Farhi, Leon S.
Associate Professor of Research, Medicine: Endocrinology and Metabolism
Understanding the mechanisms that regulate glucagon secretion, glucose homeostasis, and growth hormone release. Mathematical modeling of hormone networks. Diabetes, hypoglycemia, artificial pancreas technology.
My research is in the field of systems endocrinology and focuses on the endocrine mechanisms and relationships between the different cell types in the islets of Langerhans that direct the time-varying secretion patterns of the pancreatic hormones. We are interested in the mechanisms of glucagon release from the ?-cells in response to hypoglycemia, study how these mechanisms are altered in diabetes, and seek to develop strategies for their repair. Through series of interdisciplinary experimental and clinical in vivo work and mathematical modeling in silico studies, we have shown that the abnormalities in the glucagon defenses against hypoglycemia in diabetes are mediated in part by miscommunication between the different cell types in the pancreatic islets and are essentially of "network origin". The lack of ?-cell signaling is the primary deficiency that contributes to two separate network defects: (i) absence of a "switch-off" trigger to the ?-cells and (ii) increased intraislet basal glucagon. We have experimental evidence suggesting that both defects can be potentially repaired by therapeutic strategies based on the use of ?-cell inhibiting drugs.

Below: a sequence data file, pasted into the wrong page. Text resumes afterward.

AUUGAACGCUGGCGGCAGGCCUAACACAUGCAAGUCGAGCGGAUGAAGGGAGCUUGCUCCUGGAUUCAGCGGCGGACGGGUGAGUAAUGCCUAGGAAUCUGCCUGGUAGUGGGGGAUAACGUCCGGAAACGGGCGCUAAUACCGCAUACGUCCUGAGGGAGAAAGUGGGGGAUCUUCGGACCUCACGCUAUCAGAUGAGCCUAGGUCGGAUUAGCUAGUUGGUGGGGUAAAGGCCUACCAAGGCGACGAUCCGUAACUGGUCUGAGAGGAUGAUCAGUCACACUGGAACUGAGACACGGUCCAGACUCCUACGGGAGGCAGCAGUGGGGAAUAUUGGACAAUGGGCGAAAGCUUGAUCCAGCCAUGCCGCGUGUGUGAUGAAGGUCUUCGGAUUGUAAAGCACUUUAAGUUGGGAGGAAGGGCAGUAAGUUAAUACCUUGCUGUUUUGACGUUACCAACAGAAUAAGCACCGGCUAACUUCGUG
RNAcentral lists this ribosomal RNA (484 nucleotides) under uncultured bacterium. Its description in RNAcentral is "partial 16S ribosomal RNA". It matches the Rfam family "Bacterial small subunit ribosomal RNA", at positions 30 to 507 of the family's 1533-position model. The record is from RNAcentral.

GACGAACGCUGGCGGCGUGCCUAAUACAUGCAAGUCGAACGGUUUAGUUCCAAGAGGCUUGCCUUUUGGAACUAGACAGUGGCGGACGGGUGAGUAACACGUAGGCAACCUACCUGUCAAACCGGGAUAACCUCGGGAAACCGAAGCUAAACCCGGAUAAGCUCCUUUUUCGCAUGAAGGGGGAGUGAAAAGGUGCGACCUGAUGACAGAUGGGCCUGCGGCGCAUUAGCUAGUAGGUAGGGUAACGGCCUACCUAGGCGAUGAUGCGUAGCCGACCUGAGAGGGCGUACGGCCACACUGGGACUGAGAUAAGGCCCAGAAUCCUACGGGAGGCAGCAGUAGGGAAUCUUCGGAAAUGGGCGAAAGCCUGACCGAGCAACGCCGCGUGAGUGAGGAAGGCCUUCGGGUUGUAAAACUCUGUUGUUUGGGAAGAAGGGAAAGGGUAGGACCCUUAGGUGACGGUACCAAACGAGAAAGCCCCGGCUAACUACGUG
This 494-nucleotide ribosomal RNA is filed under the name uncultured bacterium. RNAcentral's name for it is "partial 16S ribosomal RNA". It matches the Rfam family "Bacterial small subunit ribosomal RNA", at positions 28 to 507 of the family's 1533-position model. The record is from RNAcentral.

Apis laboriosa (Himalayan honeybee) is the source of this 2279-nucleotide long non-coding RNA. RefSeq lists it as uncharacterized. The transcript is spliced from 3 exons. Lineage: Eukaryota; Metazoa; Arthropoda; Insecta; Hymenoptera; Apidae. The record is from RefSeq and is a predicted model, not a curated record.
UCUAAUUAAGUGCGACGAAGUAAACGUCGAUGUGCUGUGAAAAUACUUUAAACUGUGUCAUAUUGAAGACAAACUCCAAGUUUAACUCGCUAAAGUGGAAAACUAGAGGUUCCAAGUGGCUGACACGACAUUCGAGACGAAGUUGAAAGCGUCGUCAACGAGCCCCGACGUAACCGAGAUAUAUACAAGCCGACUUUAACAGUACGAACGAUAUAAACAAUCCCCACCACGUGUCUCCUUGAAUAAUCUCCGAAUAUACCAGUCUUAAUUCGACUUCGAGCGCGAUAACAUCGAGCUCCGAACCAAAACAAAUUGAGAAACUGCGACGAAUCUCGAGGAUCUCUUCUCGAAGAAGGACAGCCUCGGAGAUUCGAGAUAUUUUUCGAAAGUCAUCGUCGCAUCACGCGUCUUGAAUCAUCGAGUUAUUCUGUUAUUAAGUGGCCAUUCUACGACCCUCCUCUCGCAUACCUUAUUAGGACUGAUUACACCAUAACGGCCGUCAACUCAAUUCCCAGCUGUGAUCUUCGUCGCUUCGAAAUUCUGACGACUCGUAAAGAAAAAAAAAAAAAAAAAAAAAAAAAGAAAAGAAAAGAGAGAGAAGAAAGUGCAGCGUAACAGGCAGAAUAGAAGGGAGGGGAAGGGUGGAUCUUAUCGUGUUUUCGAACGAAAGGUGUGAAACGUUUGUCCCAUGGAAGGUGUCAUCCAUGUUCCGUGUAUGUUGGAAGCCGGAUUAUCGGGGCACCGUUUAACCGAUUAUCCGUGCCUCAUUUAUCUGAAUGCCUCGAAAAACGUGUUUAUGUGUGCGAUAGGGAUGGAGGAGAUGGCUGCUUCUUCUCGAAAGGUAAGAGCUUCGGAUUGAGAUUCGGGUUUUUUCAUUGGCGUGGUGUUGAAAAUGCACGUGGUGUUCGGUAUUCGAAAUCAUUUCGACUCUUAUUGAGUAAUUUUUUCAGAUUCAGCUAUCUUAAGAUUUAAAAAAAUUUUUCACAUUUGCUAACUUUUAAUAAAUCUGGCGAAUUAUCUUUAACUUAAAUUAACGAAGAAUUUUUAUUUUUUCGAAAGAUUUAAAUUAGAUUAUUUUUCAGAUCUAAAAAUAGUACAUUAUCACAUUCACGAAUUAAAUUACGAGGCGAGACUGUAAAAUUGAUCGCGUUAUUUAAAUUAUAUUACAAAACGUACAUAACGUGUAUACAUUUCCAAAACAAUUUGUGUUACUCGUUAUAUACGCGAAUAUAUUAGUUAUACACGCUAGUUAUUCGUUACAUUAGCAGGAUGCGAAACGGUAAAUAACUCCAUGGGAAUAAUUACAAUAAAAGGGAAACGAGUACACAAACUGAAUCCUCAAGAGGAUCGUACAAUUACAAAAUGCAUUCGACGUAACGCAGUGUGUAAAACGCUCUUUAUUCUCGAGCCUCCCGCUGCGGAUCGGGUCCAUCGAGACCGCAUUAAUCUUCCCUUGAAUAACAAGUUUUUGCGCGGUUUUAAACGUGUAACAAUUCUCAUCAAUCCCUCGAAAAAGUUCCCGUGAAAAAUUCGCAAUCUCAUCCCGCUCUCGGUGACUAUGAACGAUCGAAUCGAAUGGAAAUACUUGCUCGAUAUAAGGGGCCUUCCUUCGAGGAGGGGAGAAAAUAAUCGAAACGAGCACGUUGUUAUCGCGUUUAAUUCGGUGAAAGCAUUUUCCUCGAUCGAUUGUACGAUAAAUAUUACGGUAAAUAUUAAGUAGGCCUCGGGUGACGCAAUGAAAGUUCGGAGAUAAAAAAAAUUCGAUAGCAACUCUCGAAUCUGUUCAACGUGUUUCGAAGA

To further test the hypothesis that ?-cell inhibitors can be used to manipulate the pancreatic network to enhance the glucagon response to hypoglycemia and start translation of our findings into the clinic our lab collaborates with the UVA Center for Diabetes Technology. Taking advantage of the Center's cutting-edge artificial pancreas technologies we work on the development of strategies for dual-hormone automated glucose control in patients with type 1 diabetes that use both insulin and ?-cell inhibiting drugs. The addition of an ?-cell inhibitor as a second control mechanism is expected to allow us to manipulate the pancreatic endocrine network to achieve better glycemic control with reduced hypoglycemia risk.